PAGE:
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Archive for June, 2012

For various reasons I haven’t had time to re-publish more interesting funnies from Mr Punch in London Town just lately. But I shall. Meantime, I have now in my possession another volume from the same series (The Mr Punch Library), this one called Mr Punch in Mayfair. The best of Mr Punch in London Town involved the wit of the working class poor, often in street situations and often featuring inter-class badinage. By contrast, Mr Punch in Mayfair is mostly toffs only and most of the drawings are indoors, so although it has Mayfair in the title, it is not noticeably London in flavour.  Nontheless, a few of them are pretty good, I think. First up, one by the wonderful Fougasse, aka Kenneth Bird.

Mr Punch in Mayfair.

“Did you ring, sir?” “Yes; there’s a wasp in the room.” – by Fougasse.

Mr Punch in Mayfair

GENTLEMAN OF LEISURE (engaging valet): Are you an early riser? VALET: What hour do you usually come ‘ome, Sir?” – by Kenneth Beauchamp

Mr Punch in Mayfair

“That’s a well-cut suit, I wish you’d give me your tailor’s address.” “Certainly, old man, if you’ll promise not to give him mine.” – by Lewis Baumer

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This promises to be a fabulous event taking place on 5 July at Museum of London. The brainchild of quiz-crazy, mad-for-London Matt Brown of the mighty Londonist web site, the idea is that teams representing North, South, East and West London will duke it out in a University Challenge style test of London knowledge. I have the privilege of captaining the wonderful West and need four stout and hearty team mates (three plus one reserve) to compensate for my inadequacies. You may of course wish to play for one of the other sides. Whatever the case, or if you’d prefer just to come for the jeering and cheering – find out more here. It’ll be massive fun. Oh, and there’s also a Facebook page here.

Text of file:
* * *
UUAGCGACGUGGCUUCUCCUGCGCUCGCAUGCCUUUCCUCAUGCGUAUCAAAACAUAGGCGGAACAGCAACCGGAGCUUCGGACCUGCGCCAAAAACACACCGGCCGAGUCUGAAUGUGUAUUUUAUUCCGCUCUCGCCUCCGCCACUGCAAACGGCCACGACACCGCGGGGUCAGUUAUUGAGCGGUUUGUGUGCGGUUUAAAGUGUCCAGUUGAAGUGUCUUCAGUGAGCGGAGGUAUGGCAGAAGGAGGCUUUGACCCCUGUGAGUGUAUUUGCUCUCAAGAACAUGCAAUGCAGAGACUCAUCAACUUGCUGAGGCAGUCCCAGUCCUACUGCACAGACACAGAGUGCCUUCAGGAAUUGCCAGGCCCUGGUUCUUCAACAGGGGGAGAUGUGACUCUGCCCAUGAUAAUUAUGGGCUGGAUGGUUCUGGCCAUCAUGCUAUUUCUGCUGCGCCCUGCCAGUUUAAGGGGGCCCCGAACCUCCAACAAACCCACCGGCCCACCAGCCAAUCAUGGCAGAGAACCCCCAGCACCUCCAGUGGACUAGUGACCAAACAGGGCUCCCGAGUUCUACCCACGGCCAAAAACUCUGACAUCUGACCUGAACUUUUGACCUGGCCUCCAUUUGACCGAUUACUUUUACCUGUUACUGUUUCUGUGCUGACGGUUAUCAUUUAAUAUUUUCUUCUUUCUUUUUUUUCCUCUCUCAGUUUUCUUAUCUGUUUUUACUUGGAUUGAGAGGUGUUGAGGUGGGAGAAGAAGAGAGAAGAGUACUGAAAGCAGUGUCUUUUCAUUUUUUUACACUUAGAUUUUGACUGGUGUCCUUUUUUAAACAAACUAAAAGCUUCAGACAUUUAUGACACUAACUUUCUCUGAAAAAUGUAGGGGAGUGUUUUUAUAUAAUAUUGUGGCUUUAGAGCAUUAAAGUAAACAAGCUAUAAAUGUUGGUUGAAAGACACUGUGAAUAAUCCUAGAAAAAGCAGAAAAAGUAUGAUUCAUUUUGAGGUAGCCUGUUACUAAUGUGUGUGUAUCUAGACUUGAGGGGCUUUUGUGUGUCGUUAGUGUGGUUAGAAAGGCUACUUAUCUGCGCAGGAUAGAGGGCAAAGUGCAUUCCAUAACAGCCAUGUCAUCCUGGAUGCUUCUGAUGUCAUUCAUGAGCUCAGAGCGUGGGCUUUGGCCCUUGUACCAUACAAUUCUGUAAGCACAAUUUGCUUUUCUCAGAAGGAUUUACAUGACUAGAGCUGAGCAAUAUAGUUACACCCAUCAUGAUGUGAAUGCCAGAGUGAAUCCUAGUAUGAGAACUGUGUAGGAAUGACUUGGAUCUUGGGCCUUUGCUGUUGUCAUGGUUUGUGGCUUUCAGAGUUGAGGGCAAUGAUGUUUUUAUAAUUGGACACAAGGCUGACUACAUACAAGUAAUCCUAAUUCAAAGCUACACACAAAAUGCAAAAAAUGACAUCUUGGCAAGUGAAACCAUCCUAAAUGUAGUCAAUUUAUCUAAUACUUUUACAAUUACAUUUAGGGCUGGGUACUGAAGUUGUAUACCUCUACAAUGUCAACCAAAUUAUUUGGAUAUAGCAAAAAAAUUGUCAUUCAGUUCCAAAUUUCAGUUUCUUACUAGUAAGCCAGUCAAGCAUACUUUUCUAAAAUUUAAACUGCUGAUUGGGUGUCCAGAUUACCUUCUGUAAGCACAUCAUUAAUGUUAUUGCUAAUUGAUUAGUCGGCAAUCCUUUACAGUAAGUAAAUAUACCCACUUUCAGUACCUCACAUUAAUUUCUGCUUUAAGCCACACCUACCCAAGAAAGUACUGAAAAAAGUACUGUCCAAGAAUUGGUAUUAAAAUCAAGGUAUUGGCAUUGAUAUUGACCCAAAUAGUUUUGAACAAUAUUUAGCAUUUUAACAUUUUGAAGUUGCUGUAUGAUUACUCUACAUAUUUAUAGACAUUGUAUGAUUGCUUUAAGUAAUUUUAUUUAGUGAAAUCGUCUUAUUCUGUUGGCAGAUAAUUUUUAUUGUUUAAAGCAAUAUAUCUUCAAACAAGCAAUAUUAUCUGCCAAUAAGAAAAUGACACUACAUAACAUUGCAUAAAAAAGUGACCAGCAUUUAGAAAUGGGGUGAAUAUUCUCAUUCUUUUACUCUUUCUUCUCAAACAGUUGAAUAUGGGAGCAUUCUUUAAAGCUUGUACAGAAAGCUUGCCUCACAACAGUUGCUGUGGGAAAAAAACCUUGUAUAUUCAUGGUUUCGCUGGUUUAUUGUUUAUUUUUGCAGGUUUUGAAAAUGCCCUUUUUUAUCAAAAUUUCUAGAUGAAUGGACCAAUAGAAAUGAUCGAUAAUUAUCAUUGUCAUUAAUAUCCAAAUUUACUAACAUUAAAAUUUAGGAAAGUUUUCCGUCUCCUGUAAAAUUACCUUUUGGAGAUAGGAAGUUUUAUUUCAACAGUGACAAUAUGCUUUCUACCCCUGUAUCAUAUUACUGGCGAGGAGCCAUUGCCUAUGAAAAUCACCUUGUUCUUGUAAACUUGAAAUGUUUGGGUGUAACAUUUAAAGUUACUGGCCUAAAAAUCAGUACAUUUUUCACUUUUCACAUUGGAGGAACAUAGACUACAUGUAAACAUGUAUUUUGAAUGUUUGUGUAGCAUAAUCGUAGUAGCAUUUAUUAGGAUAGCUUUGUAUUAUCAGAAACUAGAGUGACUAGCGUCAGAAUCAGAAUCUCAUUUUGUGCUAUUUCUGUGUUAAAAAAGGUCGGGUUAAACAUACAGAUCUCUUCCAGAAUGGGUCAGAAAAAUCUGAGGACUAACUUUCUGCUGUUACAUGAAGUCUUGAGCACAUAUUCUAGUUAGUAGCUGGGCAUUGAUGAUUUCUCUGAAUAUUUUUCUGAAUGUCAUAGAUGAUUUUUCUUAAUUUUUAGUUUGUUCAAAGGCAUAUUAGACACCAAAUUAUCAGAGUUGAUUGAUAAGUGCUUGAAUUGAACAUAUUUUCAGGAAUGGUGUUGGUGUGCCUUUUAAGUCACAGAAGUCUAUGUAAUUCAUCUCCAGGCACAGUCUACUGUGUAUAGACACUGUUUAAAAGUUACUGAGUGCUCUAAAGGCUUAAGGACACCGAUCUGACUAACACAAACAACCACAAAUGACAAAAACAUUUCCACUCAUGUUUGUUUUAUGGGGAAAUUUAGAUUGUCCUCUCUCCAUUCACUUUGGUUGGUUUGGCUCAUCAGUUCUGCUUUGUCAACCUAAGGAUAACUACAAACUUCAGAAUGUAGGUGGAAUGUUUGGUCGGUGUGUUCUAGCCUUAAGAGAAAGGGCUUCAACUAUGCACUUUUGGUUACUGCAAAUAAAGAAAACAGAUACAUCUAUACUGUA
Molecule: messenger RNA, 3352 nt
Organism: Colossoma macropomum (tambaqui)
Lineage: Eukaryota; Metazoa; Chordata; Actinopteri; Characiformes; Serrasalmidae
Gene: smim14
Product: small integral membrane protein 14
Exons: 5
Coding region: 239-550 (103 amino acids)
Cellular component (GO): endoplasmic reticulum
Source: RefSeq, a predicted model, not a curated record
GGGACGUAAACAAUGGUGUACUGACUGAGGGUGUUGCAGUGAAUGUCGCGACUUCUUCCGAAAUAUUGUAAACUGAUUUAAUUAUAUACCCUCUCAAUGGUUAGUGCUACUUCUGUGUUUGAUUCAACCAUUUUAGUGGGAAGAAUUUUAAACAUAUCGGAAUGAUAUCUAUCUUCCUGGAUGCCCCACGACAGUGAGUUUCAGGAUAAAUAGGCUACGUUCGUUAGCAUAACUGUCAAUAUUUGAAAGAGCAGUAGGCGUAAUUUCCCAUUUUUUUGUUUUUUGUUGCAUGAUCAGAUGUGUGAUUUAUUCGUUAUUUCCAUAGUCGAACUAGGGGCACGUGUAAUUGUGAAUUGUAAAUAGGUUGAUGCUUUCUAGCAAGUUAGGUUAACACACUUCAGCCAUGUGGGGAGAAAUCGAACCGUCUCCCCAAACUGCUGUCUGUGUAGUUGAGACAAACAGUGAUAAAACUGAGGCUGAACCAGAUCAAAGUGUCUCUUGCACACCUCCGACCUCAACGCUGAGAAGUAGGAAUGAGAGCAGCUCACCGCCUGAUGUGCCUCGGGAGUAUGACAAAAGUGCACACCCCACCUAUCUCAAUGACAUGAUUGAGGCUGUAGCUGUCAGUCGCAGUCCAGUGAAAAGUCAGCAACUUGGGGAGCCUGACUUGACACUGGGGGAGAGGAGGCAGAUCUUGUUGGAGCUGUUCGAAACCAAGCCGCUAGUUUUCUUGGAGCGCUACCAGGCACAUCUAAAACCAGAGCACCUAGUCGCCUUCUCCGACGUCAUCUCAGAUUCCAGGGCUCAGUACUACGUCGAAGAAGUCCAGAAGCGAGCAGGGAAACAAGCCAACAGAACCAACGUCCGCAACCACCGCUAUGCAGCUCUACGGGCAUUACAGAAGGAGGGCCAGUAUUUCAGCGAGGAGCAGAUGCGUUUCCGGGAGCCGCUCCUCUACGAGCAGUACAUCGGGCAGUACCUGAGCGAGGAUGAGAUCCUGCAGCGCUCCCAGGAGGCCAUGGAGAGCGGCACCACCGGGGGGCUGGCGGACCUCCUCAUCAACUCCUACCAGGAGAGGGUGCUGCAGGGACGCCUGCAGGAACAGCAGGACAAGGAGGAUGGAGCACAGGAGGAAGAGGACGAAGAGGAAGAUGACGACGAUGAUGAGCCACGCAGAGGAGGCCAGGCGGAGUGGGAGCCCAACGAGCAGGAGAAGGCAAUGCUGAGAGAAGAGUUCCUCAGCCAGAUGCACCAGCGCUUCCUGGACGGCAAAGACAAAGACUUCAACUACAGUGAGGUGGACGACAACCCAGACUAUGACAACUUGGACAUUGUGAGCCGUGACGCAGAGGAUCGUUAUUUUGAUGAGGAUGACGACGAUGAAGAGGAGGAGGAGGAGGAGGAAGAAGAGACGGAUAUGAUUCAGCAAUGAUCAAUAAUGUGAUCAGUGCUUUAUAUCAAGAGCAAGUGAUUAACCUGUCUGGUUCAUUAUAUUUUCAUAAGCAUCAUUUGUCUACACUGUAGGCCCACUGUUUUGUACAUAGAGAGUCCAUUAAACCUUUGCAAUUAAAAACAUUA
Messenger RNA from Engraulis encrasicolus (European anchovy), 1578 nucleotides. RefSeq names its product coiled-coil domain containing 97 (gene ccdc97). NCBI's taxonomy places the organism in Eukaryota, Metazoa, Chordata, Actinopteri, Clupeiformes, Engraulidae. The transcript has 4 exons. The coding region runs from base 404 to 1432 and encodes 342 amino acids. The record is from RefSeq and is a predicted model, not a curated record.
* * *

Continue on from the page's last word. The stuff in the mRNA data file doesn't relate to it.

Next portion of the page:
The Londoner Challenge - West

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London Fire Brigade MuseumI recently joined Westminster Guides’s field trip to the London Fire Brigade Museum in Southwark. (At the risk of patronising our friends in Southwark, Lambeth, Vauxhall, Brixton etc., I am daily becoming more enamoured of venturing south of the river, so much to see and discover and enjoy.)

Although a London Fire Brigade as we would recognise it was first set up in the mid-19th Century, the museum gives us the history of fire and London from the earliest days. The Great Fire will always be seared in Londoners’ minds as the major biggie from those times. Its aftermath saw the establishment and rapid growth of fire insurance and the museum has a wonderful collection of fire insurance badges. If your property caught fire without that badge, you were on your own!

London Fire Brigade Museum

London Fire Brigade Museum

Late 17C fire insurance policy, signed by notorious projector Nicolas Barbon.

The early brigade was dominated by two big characters: Scotsman James Braidwood and Ulsterman Captain Eyre Massey Shaw, who between them established and ran the service from 1833 until 1891. Braidwood was killed fighting the Tooley Street fire of 1861, securing an almost mythical status thereafter. His funeral was massive; Queen Victoria wrote in her diary: ‘poor Mr Braidwood … had been killed … and the fire was still raging. It made one very sad.’

Both these men’s lives and careers are well covered in the museum. In addition you’ll find out much about the development of fire-fighting technology, clothing, appliances, training, communications. I was amazed to find that firemen were using rebreather sets in 1913, this was something I thought was the exclusive province of modern scuba divers! You’ll be reminded of the Brigade’s finest hour: The Blitz. It’s all fascinating stuff.

London Fire Brigade Museum

Captain Shaw’s helmet

London Fire Brigade Museum

London Fire Brigade Museum

London Fire Brigade Museum

The large items –  that is to say fire engines – are housed in the next door building. It’s a fine collection.

London Fire Brigade Museum

London Fire Brigade Museum